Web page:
And did these thinkers seek to occupy themselves with state affairs as the first generation of the nineteenth century did? No; they remained writers, philosophers, moralists, and it was as such that they influenced the world. So, I imagine, those who shall restore great originality to our age, will not be politicians, but thinkers. They will flourish outside the official world, not caring even to oppose it, leaving it to die in its narrow circle.
In the dry pastures of the Isles of Brittany, each sheep of the flock is tied to a stake, and can eat the scanty grass only in the narrow limits which his cord allows him. Such seems to me to be the present condition of politics: they have exhausted the page 270 resources which they possessed for solving the problem of humanity. Morals, philosophy, true religion, have now passed beyond their range, and they wander in a fatal round of weakness.
Let us take as another example the three first centuries of the Christian era. What were the important events of that time? "Where was the future being moulded? What were the names destined for the reverence of future generations? Did Tiberius and Sejanus, Galba, Otho, and Vitellius really occupy the centre of humanity, as people would doubtless then believe? The true centre of the world was in the most despised corner of the East. The great men destined for veneration were believing enthusiasts, entire strangers to the secrets of political life. Five centuries later, none of the illustrious men of this century were named except Peter, Paul, John and Matthew, poor men who assuredly had made little figure in it. Here, then, is an immense development silently prepared during three centuries, outside the political world, growing side by side with official society, persecuted by official society, but which when its day comes conquers that society, or rather remains living and strong when the political world has perished from exhaustion.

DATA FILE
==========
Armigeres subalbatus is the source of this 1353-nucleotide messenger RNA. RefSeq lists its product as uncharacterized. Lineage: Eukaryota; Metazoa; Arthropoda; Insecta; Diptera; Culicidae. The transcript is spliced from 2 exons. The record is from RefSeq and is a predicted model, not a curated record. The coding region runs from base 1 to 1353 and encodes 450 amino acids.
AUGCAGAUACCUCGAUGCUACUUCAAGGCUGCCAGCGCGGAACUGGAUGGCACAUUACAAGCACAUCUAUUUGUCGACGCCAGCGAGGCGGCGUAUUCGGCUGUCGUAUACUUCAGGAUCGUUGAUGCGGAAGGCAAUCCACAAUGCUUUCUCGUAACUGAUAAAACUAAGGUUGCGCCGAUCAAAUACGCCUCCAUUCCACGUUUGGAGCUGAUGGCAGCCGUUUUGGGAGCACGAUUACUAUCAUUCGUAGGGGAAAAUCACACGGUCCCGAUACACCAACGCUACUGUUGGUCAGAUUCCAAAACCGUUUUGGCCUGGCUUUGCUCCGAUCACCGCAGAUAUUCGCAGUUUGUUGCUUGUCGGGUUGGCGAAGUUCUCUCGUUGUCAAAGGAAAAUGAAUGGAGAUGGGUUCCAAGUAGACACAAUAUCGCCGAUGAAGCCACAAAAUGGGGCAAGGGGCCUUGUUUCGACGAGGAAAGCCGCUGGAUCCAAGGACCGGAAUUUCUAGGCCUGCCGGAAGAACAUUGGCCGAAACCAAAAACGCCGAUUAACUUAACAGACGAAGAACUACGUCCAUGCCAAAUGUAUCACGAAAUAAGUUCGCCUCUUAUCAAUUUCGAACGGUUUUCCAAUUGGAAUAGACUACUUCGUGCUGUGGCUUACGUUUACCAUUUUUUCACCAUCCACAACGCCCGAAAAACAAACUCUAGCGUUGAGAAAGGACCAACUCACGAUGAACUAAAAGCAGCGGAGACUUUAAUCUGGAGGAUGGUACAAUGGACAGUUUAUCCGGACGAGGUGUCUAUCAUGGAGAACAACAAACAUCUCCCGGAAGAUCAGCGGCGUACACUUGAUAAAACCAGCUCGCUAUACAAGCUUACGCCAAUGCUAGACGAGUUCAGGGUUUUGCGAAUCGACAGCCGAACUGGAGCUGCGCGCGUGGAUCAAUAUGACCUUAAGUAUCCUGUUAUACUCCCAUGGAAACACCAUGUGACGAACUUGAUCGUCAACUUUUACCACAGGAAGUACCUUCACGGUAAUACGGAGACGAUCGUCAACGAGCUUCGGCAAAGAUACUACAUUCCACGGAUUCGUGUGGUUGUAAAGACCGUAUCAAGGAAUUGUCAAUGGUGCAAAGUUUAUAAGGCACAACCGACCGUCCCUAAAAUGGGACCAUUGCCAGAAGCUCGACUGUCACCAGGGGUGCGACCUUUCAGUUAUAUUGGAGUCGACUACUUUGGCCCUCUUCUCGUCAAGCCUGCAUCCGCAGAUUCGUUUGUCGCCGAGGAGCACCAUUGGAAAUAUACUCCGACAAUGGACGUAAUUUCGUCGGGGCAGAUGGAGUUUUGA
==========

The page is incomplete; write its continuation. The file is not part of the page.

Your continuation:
If St. Ambrose had remained governor of Liguria, even though he had been promoted, and had become, like his father, prefect of Gaul, he would now be forgotten. He did better in becoming a bishop.
Do you say then that there is no means of serving humanity except by throwing oneself into the combat? I say on the contrary, that he who throws his whole soul into this humiliating labour proves that he is not called to great duties.
What are politics in our day? An agitation without principles and without laws, a combat of rival ambitions, of mines and counter-mines, a vast theatre of cabals, of purely personal struggles. What is necessary for success, for being "practical" as we say now? Lively originality? ardent and vigorous thought? impetuous conviction? These are invincible obstacles to success. You must not think, or must not utter your thought; you must shut yourself up in a system of conventionalism and official falsity. And do you believe that hence can arise what we need—a source of life, a new patriotism, a belief capable of giving fresh inspiration to humanity? As soon could we hope that scepticism will engender faith, and a new religion spring out of the office walls of a minister or the lobbies of a senate. What humanity needs is Morals and a Faith. It is from the depths of human nature that this faith must come, and not from the dry and beaten tracks of the official world.